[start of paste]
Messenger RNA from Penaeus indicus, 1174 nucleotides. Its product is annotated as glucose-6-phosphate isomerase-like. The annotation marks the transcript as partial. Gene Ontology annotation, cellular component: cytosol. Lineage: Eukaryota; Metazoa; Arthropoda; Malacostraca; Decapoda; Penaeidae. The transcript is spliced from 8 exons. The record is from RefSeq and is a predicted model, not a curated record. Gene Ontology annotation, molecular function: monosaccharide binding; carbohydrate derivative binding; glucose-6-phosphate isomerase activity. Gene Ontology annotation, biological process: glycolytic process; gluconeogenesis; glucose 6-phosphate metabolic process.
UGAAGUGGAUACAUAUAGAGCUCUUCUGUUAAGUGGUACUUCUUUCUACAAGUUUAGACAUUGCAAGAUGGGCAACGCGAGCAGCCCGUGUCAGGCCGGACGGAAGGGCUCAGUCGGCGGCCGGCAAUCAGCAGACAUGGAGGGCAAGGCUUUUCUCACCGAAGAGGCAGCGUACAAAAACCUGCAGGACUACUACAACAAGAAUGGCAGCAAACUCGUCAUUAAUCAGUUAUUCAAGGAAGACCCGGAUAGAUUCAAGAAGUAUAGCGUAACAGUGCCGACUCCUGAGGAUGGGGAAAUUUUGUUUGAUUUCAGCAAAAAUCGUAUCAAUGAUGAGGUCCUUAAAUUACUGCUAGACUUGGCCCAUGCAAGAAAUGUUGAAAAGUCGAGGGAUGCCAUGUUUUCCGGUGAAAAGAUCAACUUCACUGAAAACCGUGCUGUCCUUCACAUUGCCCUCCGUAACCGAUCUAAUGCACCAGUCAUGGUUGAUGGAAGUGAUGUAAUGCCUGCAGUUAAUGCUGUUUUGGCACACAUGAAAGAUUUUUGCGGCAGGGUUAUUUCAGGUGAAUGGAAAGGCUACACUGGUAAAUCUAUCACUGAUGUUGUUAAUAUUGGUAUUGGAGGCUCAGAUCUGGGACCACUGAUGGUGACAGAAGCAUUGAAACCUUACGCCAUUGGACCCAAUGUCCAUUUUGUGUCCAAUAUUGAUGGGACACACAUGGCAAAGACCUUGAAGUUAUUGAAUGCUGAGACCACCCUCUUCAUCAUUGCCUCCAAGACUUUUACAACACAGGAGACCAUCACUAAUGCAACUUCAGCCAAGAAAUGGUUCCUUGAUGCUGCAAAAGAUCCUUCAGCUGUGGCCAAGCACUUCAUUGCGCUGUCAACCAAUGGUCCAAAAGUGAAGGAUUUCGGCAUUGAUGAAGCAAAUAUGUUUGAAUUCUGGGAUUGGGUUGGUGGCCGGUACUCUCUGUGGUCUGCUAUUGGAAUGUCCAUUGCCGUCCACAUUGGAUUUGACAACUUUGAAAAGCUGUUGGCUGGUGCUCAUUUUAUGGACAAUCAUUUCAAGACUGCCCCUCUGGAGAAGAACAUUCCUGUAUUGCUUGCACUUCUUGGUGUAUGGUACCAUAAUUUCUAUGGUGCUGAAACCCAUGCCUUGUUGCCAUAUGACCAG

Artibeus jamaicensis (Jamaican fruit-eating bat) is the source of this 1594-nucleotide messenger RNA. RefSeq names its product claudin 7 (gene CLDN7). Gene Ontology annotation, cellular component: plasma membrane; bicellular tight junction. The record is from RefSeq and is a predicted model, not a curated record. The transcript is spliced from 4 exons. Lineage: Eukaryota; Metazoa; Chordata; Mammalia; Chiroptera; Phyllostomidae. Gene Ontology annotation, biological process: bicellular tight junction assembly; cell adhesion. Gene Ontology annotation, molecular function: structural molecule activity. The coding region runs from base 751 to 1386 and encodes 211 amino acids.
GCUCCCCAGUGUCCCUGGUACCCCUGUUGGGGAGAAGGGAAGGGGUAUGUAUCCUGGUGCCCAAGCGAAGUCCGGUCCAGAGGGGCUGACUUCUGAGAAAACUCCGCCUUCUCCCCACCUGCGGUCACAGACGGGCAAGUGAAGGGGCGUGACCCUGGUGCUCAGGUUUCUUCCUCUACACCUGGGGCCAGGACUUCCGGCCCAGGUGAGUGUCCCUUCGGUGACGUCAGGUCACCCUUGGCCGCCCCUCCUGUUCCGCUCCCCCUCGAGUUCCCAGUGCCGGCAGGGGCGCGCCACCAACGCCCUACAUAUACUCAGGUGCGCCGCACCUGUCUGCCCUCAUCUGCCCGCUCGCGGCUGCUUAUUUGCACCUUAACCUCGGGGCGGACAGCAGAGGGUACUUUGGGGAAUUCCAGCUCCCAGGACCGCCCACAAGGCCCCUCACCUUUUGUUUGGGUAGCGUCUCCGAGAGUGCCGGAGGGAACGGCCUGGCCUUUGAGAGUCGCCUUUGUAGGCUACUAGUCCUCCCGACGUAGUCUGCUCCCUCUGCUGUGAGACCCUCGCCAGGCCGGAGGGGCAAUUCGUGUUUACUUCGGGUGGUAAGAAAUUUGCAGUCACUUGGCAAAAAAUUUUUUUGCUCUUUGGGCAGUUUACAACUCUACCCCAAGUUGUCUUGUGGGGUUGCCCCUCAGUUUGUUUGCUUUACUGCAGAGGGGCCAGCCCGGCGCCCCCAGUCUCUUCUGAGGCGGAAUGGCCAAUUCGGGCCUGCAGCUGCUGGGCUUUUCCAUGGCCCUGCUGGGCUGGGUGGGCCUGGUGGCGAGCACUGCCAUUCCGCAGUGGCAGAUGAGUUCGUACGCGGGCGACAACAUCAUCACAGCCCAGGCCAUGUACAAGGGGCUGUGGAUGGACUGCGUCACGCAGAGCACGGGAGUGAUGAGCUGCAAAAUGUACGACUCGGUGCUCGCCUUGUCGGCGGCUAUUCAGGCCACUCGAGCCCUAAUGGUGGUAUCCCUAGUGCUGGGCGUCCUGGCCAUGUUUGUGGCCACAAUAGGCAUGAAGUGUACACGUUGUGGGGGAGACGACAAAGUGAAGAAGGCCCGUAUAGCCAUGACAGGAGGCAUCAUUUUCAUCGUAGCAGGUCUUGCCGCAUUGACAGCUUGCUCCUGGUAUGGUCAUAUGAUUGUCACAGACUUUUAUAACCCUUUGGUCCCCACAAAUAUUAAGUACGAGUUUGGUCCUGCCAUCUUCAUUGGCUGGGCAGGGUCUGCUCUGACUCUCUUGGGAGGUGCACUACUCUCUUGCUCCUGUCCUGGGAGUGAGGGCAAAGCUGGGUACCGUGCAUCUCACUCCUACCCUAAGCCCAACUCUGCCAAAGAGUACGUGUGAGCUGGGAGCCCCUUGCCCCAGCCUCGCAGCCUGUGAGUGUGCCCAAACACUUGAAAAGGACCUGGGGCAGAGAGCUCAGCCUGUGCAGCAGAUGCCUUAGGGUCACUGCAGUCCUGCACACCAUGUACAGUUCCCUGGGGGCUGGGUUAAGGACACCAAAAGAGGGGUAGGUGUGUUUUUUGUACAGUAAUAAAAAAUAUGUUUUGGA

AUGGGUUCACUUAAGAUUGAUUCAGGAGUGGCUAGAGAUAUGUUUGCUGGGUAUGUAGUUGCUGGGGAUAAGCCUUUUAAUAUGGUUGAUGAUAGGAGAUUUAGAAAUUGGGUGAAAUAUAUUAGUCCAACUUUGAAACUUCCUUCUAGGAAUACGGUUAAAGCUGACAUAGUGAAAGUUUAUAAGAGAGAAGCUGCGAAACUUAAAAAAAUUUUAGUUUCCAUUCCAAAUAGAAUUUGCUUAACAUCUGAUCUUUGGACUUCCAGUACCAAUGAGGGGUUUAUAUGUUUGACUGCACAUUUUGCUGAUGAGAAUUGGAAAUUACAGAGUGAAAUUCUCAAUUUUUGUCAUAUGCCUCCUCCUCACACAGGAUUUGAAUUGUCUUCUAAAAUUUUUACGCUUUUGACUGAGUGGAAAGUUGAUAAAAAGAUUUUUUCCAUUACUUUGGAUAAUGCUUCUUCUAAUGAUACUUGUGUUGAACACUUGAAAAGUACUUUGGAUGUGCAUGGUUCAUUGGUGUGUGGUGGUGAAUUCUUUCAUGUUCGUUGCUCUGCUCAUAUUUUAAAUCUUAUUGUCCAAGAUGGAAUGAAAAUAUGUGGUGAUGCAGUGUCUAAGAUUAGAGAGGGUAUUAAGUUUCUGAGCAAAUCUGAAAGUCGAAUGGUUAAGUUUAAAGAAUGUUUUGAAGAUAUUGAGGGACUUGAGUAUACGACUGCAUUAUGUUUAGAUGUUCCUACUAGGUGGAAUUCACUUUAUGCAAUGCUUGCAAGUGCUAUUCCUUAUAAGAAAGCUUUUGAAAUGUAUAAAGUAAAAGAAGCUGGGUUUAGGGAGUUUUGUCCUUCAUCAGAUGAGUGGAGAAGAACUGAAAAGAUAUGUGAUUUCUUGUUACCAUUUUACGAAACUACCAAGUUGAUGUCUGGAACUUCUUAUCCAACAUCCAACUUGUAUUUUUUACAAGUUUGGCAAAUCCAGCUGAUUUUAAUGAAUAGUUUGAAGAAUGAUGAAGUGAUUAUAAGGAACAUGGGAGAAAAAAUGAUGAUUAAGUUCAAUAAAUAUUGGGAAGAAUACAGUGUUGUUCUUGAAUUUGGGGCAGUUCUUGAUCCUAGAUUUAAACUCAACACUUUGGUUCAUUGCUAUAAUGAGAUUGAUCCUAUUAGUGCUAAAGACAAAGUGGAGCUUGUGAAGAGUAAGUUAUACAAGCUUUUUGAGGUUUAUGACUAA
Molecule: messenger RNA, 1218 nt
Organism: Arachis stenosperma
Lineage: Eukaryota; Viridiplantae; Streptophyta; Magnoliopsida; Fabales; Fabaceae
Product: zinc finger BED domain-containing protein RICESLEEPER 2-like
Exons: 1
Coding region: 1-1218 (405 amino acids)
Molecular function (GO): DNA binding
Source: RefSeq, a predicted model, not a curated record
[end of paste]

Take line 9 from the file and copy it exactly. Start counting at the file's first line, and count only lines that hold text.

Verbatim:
Product: zinc finger BED domain-containing protein RICESLEEPER 2-like